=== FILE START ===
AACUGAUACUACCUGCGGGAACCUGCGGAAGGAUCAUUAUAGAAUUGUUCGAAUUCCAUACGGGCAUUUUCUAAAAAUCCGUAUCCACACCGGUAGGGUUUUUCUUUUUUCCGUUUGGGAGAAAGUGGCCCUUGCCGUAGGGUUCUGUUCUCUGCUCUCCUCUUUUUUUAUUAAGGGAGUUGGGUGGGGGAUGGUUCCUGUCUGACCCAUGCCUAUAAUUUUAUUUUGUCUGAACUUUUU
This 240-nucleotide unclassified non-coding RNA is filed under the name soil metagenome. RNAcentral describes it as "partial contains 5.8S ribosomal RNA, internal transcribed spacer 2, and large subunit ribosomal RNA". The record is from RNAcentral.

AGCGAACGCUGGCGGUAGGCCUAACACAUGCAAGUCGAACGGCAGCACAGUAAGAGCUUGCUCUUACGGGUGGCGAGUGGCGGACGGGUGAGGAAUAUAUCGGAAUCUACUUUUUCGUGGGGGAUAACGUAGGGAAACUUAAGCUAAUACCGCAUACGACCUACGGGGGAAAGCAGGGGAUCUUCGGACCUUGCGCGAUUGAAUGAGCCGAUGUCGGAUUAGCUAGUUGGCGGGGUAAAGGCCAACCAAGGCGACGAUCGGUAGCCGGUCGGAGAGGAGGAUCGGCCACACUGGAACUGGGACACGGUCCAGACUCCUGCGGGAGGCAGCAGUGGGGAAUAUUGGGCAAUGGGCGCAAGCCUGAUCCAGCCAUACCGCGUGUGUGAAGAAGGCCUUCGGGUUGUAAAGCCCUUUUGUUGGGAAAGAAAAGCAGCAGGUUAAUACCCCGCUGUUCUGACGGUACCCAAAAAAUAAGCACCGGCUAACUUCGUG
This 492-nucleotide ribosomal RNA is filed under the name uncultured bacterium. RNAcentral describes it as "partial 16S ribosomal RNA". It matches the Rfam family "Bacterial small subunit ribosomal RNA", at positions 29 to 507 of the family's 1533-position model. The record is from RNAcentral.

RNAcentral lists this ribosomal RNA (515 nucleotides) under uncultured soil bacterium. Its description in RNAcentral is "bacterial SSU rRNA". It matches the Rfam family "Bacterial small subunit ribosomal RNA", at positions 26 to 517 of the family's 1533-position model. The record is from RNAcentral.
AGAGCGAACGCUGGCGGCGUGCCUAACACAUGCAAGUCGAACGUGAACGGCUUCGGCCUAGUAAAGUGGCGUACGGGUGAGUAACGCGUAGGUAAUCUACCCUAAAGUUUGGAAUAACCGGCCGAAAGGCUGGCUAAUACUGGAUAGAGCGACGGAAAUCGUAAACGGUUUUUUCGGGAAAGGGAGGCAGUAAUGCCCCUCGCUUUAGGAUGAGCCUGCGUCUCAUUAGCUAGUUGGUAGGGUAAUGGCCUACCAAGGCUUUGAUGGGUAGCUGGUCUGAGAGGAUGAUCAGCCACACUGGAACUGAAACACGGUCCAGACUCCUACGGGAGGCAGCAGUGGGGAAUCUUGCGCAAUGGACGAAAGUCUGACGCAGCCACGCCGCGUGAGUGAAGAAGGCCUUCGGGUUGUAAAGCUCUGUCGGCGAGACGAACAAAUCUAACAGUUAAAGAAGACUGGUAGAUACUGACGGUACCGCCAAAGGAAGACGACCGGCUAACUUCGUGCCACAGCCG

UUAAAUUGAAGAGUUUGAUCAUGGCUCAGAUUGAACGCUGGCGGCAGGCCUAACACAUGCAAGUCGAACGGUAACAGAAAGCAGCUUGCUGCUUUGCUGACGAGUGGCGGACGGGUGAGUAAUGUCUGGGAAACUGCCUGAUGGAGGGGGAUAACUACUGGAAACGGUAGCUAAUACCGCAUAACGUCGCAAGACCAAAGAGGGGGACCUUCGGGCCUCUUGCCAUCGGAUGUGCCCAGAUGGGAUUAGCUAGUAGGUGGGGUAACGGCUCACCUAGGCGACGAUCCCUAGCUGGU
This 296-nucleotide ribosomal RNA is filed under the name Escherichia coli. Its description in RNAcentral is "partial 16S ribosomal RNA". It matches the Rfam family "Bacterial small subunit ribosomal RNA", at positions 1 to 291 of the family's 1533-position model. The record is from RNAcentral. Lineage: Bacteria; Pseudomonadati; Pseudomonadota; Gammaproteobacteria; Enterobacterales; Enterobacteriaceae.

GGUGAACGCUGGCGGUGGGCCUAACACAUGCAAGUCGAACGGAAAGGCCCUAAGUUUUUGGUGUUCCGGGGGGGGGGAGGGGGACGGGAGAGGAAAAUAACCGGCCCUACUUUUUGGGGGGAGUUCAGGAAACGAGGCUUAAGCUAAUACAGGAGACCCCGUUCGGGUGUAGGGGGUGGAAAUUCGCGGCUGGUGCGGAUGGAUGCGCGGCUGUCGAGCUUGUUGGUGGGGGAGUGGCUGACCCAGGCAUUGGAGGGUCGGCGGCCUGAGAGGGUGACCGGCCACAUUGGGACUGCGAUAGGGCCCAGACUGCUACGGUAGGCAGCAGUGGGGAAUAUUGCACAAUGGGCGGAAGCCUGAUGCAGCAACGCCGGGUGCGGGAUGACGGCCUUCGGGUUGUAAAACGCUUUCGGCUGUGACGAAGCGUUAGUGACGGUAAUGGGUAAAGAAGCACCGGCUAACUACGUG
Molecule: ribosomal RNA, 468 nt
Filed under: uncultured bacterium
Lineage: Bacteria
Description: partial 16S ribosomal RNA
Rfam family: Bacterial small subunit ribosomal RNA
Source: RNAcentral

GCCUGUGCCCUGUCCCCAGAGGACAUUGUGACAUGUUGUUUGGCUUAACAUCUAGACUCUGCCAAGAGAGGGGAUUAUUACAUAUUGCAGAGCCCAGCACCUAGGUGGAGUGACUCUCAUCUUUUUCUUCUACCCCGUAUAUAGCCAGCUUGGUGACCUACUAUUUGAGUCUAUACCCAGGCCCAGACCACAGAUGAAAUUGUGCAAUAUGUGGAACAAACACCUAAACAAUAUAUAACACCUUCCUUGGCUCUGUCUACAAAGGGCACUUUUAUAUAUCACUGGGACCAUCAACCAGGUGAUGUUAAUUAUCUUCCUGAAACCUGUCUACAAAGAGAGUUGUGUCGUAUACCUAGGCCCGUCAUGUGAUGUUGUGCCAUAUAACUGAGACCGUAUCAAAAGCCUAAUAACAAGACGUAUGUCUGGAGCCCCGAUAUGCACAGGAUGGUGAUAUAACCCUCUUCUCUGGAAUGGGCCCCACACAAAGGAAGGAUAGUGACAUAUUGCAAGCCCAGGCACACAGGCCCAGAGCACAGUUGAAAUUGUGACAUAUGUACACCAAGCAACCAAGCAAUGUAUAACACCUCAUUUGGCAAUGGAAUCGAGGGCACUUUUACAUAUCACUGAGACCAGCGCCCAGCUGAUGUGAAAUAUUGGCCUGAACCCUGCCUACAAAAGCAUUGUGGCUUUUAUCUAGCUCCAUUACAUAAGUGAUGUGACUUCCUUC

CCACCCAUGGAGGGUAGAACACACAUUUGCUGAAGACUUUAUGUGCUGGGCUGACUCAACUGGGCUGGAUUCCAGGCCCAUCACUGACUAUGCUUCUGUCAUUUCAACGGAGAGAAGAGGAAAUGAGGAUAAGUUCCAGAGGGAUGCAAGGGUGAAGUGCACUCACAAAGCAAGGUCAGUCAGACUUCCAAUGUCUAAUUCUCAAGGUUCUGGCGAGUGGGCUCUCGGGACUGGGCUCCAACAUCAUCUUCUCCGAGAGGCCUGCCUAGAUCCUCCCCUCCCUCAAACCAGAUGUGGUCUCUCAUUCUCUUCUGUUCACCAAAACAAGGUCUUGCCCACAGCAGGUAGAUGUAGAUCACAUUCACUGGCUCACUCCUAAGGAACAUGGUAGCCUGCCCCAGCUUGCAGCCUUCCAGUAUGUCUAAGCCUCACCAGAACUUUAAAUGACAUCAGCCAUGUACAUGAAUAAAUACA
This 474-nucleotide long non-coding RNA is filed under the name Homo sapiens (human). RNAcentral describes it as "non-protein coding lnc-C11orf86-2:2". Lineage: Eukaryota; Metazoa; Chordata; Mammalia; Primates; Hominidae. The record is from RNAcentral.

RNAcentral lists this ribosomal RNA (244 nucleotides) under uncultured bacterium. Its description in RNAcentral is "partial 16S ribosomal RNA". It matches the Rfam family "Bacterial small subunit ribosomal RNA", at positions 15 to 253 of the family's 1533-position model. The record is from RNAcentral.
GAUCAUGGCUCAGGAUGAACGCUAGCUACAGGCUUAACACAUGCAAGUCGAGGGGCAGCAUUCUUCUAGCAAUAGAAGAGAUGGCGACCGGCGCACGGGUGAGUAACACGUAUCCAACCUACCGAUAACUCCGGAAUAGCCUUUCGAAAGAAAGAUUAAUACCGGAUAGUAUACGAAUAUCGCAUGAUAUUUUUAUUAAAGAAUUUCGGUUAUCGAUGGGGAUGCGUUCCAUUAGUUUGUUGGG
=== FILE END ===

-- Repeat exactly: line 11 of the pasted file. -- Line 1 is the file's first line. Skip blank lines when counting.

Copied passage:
Filed under: uncultured bacterium